A WOMAN IN WORKSPACE, I understand, I understand; I see how everything converges toward one point in time. And time is stretched out on the office desks. See, for example, the desk of the head of marketing, it is covered with gifts he received from potential clients from all over the world. The objects lie there, collecting dust. The cleaning lady has been working here for twenty-five years. She doesn’t clean gifts, she focuses on the windows and the floor. The smell is good. Where at all could one begin? How could one explain to the people now sitting in this meeting room that the meeting, which began at nine, severed the pace of life completely? You hear but you don’t listen, you exist, but you don’t understand. Last night he told you again, for the fifth time, that he can’t, he just can’t, but meanwhile he hasn’t stopped. He didn’t stop calling you and talking to you at every possible moment. He can’t. You tried to explain to him, woman in workspace, that you can’t – you can’t work like that. But he continues like a well-oiled mechanism, the design is top-notch, it works like clockwork, straight to the same spot, and he brings you back in like a whirlpool and you spin into the drain, the drain net is rusty accumulating dirt everything down there is eaten.

How could one explain to the people now sitting in this meeting room that the meeting, which began at nine, severed the pace of life completely?

*

Company 5

I remember getting home. But when did I fall asleep? Apparently, it happened immediately. I didn’t have the energy to take a shower. Not even a quick one. I don’t know what happened the moment after I threw myself on the bed. The legs were still in midair. What about the door. I locked the door. I didn’t lock the door. Perhaps I just slammed it. Eventually the door is always locked. The dream returned. I fall from a great height. I always wake up from the dream at the same point. When I hit the bottom of the pit. At this point I usually wake up terrified to discover, a moment later, that there was no fall. My organs are intact, on the bed, I look at the ceiling, lift one leg up, sometimes the two of them, just to make sure. Then I go back to sleep. I fall asleep instantly. I wake up every time another scenario ends, another round, another mechanical failure. The pin of the small engine breaks again and again, like in instant replay. The demo is still threatened. One of the investors laughs loudly and I am almost swallowed up in his mouth, like in cartoons. For a moment he looked like a giant fish. The loop goes on, a recurring loop, the pin is broken and the investor laughs incessantly. Inside the dream I waited for the morning to come so that I could go to work.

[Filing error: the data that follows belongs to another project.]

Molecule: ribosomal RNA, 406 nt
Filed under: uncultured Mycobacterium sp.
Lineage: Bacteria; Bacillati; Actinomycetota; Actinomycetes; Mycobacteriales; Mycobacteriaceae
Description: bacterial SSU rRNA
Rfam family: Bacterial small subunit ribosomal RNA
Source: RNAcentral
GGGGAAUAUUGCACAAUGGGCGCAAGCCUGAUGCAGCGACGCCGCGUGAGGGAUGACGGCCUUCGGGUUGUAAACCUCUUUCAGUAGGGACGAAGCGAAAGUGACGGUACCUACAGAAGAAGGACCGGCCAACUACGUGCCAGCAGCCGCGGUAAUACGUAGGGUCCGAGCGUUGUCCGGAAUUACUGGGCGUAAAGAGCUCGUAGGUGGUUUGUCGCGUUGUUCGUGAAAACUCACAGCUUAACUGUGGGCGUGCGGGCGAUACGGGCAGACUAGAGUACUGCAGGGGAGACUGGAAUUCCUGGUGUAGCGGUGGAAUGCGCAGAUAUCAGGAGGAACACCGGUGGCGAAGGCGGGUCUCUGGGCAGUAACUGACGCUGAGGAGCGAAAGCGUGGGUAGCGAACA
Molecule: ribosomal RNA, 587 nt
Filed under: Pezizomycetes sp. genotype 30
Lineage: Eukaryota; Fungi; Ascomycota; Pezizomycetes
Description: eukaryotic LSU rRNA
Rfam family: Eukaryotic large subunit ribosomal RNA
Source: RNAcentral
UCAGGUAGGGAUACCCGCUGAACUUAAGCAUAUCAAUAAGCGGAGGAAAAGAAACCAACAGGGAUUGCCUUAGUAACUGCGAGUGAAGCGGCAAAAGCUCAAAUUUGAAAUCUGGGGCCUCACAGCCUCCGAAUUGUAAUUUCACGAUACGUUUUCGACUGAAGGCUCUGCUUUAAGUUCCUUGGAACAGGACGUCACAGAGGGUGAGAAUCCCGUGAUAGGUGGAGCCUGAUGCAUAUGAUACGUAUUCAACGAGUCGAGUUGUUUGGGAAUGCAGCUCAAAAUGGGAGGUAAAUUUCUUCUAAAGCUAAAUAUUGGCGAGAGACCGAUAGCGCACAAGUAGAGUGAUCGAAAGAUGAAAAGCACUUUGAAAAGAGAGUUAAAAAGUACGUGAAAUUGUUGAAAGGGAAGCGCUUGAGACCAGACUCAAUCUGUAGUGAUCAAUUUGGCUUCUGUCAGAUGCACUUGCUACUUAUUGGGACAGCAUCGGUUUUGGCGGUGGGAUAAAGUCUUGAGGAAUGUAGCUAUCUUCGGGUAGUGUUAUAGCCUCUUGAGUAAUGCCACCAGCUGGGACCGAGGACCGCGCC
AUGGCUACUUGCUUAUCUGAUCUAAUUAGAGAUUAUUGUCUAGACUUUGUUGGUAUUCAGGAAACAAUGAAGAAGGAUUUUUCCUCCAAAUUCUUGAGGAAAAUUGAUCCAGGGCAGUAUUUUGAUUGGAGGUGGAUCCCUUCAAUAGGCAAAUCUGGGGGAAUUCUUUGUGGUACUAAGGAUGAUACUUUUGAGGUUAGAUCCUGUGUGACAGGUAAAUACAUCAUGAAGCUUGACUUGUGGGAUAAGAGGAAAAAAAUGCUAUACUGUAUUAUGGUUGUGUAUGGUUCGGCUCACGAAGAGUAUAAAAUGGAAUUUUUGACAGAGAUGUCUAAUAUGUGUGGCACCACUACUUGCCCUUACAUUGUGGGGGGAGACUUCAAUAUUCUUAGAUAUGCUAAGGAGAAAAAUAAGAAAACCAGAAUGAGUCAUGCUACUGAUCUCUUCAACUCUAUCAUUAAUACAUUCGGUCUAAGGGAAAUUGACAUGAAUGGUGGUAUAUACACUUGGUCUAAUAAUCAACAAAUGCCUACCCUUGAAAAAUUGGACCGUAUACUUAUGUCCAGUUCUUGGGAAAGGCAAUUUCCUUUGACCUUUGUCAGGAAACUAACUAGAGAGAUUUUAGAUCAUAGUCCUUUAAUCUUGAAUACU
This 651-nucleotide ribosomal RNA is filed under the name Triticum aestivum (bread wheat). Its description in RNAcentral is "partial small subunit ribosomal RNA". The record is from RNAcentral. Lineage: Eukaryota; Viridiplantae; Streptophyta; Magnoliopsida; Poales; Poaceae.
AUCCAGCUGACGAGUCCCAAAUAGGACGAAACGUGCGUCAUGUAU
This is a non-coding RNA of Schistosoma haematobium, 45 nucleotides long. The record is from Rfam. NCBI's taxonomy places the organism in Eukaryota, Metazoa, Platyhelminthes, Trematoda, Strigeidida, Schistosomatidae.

*

A WOMAN IN WORKSPACE,       why won’t you bring some potted plants to your office?

The acupuncturist said that you have a lack. That you are sad in your metals.

At night you dreamed you meet on the street. In the morning you got up, a woman in space, took a shower and lay down on your couch, with the two big windows in front of you open. You lay like this, a woman in space, naked on the towel, outside the windows there were only clouds, skies, and some telescopic cranes. A memory of the sea. The acupuncturist said that you have a lack. That you are sad in your metals. The lack, we should find where is the lack. The sea stood in the chimneys. She moved from one organ to the other, pressing deeply. Where does it hurt, she asked repeatedly, where do you feel a flow, where do you feel warmth, where do you feel change. Where are you?

Translation from the Hebrew

Editorial note: From Company, by Tehila Hakimi (Resling Publishing House: The Lab Series for Contemporary Literature, 2018). English translation copyright © 2019 by Maayan Eitan.


Photo by Umar Timol

Tehila Hakimi is a poet and fiction writer from Israel. Her books include the poetry volume Mahar Na’avod (We’ll work tomorrow) (2014), which received the 2015 Bernstein Prize for Literature, the graphic novel baMayim (In the water) (2016), and the collection of novellas Hevra (Company) (2018). She is the recipient of the 2018 Levi Eshkol Prize for Hebrew Writers and a Fulbright International Writing Program Fellowship at the University of Iowa. Hakimi holds a degree in mechanical engineering.

Maayan Eitan is a writer and translator. She grew up in the Negev, Jerusalem, and Tel Aviv and holds a master’s degree in comparative literature from the University of Michigan, Ann Arbor. Her first novel will be published in Israel in 2019.